• $\begingroup$ @nzaman I can see why Ash answered my question in such a way, and have edited the question to be more specific. I hope this clarifies things. Sorry about that. $\endgroup$ – inappropriateCode Feb 13 '18 at 16:30
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    $\begingroup$ Do you have any citation on the Van Allen belts magnifying EMP? $\endgroup$ – ceejayoz Feb 13 '18 at 18:52
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    $\begingroup$ @dfri Nothing in that link backs up the idea that the Van Allen belts magnify the effect. $\endgroup$ – ceejayoz Feb 13 '18 at 20:38
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    $\begingroup$ If I'm reading that right, they're saying the belts would capture the radiation, not magnify the EMP. Would make the belts more intense, which would definitely present issues for satellites transiting them. $\endgroup$ – ceejayoz Feb 13 '18 at 21:38

It all depends on whether the belligerent parties are sane or not.

  • If the belligerent parties are sane, then a modern form of the Mutual Assured Destruction (MAD) doctrine applies. Consider for example the position of the United Kingdom or France, who maintain just enough nuclear warheads to be certain of their ability to hit Moscow. (Moscow is protected by a ring of anti-missile defences; so in order to be certain that one missile hits about a dozen or so need to be launched.) Russia is sure to win a nuclear exchange with the UK or France, but with the certain loss of Moscow. Since Russia is sane, they won't do it.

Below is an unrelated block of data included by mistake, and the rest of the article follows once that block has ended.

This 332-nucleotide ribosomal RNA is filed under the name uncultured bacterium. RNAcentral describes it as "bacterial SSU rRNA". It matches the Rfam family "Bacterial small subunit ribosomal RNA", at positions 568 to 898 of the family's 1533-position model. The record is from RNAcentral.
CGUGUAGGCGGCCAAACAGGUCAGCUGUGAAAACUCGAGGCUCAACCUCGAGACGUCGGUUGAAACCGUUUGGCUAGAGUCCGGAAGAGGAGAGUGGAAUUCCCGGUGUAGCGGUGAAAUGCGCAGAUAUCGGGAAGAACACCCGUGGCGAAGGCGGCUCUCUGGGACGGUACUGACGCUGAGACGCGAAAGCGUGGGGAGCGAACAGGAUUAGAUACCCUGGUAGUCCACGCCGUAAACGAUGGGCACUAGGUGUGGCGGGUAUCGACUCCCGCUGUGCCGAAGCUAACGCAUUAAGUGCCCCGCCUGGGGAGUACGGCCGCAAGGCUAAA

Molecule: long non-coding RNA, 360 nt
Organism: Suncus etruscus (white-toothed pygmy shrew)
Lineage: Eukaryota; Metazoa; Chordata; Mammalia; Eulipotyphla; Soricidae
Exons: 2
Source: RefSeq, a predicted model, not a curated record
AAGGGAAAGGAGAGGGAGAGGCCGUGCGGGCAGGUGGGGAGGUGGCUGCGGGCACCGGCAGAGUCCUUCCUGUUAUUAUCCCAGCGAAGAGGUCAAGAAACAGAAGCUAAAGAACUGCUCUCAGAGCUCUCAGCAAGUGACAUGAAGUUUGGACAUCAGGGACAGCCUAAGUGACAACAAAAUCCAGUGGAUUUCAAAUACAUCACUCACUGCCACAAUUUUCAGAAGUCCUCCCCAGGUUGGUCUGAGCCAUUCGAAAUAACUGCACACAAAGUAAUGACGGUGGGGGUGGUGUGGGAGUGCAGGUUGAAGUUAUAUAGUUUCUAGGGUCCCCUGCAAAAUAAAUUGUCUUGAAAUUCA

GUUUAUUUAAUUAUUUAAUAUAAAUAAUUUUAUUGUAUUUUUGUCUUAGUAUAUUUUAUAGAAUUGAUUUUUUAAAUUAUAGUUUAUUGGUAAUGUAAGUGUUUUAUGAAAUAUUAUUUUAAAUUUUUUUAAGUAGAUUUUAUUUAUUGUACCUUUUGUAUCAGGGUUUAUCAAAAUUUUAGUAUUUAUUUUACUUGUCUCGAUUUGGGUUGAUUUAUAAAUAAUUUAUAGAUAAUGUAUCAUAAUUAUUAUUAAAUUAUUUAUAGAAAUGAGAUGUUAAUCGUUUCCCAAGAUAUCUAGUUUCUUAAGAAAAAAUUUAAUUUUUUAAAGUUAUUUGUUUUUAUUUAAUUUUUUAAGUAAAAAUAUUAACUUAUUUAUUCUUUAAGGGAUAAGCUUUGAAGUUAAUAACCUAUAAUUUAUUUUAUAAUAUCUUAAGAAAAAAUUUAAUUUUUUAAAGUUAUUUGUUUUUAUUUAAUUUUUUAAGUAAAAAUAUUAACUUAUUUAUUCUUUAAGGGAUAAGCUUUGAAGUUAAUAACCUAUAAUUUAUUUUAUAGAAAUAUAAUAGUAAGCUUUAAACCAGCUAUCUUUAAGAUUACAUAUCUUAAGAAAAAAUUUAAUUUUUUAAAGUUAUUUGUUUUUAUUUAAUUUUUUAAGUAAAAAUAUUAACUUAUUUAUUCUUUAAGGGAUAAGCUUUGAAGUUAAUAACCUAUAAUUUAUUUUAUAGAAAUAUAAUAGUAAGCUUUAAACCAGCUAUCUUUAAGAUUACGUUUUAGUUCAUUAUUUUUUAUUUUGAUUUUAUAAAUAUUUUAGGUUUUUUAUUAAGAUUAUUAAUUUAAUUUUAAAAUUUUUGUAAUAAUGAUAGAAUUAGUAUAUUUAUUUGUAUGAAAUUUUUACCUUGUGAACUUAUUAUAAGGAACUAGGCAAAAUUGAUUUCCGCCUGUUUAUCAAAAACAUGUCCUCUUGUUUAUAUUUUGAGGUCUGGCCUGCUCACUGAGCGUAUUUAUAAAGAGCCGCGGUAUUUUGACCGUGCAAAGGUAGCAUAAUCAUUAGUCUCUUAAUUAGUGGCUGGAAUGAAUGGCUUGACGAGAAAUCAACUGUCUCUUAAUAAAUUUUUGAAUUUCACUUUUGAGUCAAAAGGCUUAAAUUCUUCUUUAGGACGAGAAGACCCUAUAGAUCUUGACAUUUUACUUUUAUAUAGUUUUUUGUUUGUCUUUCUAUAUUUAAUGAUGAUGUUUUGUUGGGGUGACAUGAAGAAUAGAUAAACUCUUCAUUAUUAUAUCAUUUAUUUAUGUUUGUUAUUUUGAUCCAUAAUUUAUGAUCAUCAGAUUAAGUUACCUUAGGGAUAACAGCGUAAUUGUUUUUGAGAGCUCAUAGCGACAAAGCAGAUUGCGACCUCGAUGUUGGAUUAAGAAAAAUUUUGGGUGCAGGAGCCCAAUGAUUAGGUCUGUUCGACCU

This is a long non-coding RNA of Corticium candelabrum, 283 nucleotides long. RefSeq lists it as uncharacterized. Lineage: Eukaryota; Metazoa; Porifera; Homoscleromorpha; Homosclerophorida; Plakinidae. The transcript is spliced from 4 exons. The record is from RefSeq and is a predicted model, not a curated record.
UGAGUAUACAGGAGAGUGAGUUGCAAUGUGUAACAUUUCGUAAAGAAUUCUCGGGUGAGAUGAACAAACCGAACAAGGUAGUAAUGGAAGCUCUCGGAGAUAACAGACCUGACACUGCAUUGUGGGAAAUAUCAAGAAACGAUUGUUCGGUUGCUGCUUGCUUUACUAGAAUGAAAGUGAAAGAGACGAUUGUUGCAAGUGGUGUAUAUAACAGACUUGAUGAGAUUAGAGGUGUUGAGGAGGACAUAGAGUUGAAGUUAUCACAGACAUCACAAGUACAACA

In order for this strategy to work, the weaker party must maintain a capability of guaranteed retaliation, usually in the form of sufficient nuclear ballistic missile submarines so that at least one or, preferably, two of them are always at sea.

  • If at least one of the belligerent parties is insane, then no amount of nuclear warheads is enough, because a madman is, by definition, mad.

So the sad reality is that the U.S.A. cannot knock out Russia or China, nor can Russia knock out the U.S.A. Both Russia the the U.S.A. operate enough ballistic missile submarines to be certain that even in the case of a devastatingly massive nuclear attack they will be able to retaliate.

  • $\begingroup$ Cite for "in order to be certain that one missile hits about a dozen or so need to be launched" ? Because that's the answer to the question IMO: 1 + 12(?), times X, where X is the number of targets. A cite for "maintain just enough nuclear warheads to be certain of their ability to hit Moscow" would be interesting as well. $\endgroup$ – Mazura Feb 13 '18 at 20:25